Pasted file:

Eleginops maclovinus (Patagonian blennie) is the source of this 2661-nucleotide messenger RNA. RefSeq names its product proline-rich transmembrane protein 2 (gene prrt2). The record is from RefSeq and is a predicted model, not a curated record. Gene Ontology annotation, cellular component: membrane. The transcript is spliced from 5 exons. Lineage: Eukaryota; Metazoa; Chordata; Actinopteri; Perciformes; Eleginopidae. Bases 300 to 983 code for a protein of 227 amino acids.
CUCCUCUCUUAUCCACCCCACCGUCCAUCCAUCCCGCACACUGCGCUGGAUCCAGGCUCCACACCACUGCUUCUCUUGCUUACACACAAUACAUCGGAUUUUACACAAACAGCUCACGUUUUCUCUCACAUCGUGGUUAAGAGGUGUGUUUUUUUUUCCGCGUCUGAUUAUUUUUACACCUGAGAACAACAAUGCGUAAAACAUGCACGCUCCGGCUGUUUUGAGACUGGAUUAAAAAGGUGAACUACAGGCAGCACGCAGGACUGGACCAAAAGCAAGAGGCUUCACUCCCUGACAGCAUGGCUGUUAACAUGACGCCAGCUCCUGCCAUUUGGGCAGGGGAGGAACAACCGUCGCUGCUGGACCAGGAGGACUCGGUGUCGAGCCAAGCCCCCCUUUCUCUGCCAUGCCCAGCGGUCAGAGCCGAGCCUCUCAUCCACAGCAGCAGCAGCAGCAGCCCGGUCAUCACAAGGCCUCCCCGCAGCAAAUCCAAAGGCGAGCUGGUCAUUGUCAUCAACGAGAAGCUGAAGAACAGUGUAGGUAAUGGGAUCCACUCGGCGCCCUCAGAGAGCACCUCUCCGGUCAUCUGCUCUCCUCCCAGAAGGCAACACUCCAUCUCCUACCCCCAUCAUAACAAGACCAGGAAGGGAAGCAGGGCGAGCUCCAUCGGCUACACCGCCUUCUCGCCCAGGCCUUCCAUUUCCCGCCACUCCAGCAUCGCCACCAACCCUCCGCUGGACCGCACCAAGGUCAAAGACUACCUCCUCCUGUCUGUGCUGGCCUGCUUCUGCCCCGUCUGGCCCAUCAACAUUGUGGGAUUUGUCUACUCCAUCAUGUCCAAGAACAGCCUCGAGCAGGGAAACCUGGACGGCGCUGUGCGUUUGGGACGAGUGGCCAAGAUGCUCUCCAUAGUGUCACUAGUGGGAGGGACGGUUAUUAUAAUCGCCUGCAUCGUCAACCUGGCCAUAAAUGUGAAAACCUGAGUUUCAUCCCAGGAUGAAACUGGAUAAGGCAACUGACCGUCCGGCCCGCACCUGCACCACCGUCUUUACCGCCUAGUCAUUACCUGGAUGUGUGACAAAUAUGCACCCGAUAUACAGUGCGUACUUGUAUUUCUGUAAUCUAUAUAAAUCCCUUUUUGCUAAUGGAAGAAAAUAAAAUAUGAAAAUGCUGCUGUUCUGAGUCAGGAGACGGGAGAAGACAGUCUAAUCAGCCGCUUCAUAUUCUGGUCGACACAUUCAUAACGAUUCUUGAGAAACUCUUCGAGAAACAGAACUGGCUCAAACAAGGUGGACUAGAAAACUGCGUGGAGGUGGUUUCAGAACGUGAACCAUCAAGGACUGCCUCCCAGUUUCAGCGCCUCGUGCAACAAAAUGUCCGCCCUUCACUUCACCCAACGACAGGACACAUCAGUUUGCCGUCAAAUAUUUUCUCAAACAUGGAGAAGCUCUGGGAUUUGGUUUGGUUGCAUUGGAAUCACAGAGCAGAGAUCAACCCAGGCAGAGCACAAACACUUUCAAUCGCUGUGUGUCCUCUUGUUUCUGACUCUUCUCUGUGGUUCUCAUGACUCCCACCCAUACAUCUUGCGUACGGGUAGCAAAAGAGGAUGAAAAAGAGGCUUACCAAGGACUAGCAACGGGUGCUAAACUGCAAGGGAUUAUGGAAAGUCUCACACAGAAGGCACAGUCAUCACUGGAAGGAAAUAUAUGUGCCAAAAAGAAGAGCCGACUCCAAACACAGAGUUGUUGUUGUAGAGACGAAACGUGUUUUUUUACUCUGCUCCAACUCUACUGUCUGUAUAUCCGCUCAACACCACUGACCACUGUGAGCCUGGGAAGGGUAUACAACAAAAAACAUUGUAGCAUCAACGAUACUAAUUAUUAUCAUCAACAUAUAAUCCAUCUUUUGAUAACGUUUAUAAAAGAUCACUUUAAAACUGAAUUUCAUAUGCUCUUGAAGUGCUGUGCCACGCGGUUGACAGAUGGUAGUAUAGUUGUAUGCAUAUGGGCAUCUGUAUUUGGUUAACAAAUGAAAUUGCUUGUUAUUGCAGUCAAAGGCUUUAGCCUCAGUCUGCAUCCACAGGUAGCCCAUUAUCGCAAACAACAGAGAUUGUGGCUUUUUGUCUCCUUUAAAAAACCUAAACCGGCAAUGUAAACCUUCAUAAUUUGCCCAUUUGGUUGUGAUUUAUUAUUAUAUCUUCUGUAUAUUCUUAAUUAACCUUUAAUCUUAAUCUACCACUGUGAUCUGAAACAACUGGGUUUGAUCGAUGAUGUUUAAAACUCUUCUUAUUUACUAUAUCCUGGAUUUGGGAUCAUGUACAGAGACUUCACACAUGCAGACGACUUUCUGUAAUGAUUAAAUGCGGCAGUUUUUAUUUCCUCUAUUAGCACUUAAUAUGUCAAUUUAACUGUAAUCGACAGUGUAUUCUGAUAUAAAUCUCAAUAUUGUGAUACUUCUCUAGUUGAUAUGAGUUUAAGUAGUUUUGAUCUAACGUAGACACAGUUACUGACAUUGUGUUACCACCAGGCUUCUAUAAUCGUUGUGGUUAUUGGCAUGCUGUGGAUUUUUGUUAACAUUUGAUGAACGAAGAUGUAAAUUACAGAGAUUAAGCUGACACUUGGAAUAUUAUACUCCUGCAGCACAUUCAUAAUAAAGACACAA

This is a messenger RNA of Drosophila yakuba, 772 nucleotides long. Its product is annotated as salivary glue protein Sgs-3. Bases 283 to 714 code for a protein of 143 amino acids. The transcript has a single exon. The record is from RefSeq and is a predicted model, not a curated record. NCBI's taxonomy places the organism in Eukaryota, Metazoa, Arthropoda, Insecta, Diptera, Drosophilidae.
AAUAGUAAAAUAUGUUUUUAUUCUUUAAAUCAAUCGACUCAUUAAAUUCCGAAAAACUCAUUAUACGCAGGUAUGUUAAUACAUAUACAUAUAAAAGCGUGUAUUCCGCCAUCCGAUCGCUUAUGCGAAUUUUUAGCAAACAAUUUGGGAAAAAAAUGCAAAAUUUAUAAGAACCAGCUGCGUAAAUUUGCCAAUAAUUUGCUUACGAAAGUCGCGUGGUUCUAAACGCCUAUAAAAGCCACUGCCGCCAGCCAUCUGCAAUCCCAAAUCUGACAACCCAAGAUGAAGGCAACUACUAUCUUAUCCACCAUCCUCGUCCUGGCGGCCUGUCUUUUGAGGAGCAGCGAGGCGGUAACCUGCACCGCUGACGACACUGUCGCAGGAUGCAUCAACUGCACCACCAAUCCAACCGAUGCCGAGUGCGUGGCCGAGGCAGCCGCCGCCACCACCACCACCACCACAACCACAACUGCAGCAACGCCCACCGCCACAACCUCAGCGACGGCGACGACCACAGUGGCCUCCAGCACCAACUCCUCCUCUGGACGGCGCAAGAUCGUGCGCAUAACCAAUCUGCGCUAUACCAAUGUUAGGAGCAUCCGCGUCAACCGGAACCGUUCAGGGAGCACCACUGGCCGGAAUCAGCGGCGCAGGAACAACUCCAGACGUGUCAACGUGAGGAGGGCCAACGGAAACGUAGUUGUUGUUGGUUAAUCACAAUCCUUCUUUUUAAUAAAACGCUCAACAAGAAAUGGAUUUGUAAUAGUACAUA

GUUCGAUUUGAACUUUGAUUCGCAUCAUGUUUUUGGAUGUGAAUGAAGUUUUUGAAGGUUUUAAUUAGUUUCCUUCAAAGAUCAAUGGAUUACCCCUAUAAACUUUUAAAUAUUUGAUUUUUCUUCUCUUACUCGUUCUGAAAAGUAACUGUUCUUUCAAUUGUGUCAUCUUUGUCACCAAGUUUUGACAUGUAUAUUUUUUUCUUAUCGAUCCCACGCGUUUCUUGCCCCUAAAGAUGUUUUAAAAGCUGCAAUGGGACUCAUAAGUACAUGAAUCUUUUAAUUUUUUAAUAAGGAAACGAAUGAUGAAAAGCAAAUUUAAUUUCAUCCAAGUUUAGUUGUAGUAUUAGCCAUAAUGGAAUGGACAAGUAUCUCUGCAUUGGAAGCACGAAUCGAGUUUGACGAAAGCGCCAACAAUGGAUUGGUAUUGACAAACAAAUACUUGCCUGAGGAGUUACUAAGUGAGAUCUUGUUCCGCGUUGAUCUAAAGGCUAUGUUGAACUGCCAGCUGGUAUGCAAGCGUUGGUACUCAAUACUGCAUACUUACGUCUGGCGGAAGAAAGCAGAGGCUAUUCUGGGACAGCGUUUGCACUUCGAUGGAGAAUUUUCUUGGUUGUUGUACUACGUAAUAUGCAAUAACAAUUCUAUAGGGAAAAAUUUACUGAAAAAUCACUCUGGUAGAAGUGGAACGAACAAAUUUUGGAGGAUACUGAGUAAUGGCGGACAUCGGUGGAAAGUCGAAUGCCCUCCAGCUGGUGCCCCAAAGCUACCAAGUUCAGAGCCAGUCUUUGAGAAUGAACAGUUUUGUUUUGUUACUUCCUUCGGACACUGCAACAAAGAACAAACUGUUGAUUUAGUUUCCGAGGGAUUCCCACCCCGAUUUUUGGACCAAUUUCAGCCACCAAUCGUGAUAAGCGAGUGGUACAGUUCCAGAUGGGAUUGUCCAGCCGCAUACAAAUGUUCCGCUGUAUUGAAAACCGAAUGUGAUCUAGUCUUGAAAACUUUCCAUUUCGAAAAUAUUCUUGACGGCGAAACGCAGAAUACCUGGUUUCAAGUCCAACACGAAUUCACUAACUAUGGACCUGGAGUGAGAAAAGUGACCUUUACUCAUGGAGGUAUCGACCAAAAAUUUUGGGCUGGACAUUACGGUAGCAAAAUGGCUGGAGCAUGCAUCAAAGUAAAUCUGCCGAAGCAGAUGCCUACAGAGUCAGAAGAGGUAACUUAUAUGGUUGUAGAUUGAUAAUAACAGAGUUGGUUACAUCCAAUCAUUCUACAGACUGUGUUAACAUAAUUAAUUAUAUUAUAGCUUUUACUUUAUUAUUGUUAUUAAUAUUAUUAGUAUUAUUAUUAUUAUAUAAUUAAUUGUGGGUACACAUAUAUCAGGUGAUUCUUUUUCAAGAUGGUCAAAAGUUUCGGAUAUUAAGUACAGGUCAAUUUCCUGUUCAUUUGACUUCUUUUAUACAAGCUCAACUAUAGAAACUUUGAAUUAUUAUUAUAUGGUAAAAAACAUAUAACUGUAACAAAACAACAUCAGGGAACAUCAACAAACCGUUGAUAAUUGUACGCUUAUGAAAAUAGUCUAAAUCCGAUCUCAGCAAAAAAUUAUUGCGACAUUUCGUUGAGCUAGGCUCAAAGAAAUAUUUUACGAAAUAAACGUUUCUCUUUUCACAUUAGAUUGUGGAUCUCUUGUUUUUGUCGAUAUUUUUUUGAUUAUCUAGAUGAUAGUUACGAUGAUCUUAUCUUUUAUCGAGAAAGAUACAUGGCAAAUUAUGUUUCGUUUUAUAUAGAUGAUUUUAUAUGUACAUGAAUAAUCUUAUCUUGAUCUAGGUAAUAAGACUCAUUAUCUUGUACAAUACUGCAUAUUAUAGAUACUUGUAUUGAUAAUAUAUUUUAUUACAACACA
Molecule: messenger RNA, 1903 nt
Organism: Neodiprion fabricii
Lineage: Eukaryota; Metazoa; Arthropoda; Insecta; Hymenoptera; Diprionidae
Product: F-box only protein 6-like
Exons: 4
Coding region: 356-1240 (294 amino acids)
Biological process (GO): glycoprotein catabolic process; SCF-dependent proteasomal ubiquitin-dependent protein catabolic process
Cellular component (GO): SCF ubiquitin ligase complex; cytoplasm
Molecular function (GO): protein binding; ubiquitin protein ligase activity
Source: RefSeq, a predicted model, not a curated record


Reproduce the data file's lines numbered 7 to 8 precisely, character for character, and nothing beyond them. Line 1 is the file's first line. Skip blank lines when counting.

Organism: Neodiprion fabricii
Lineage: Eukaryota; Metazoa; Arthropoda; Insecta; Hymenoptera; Diprionidae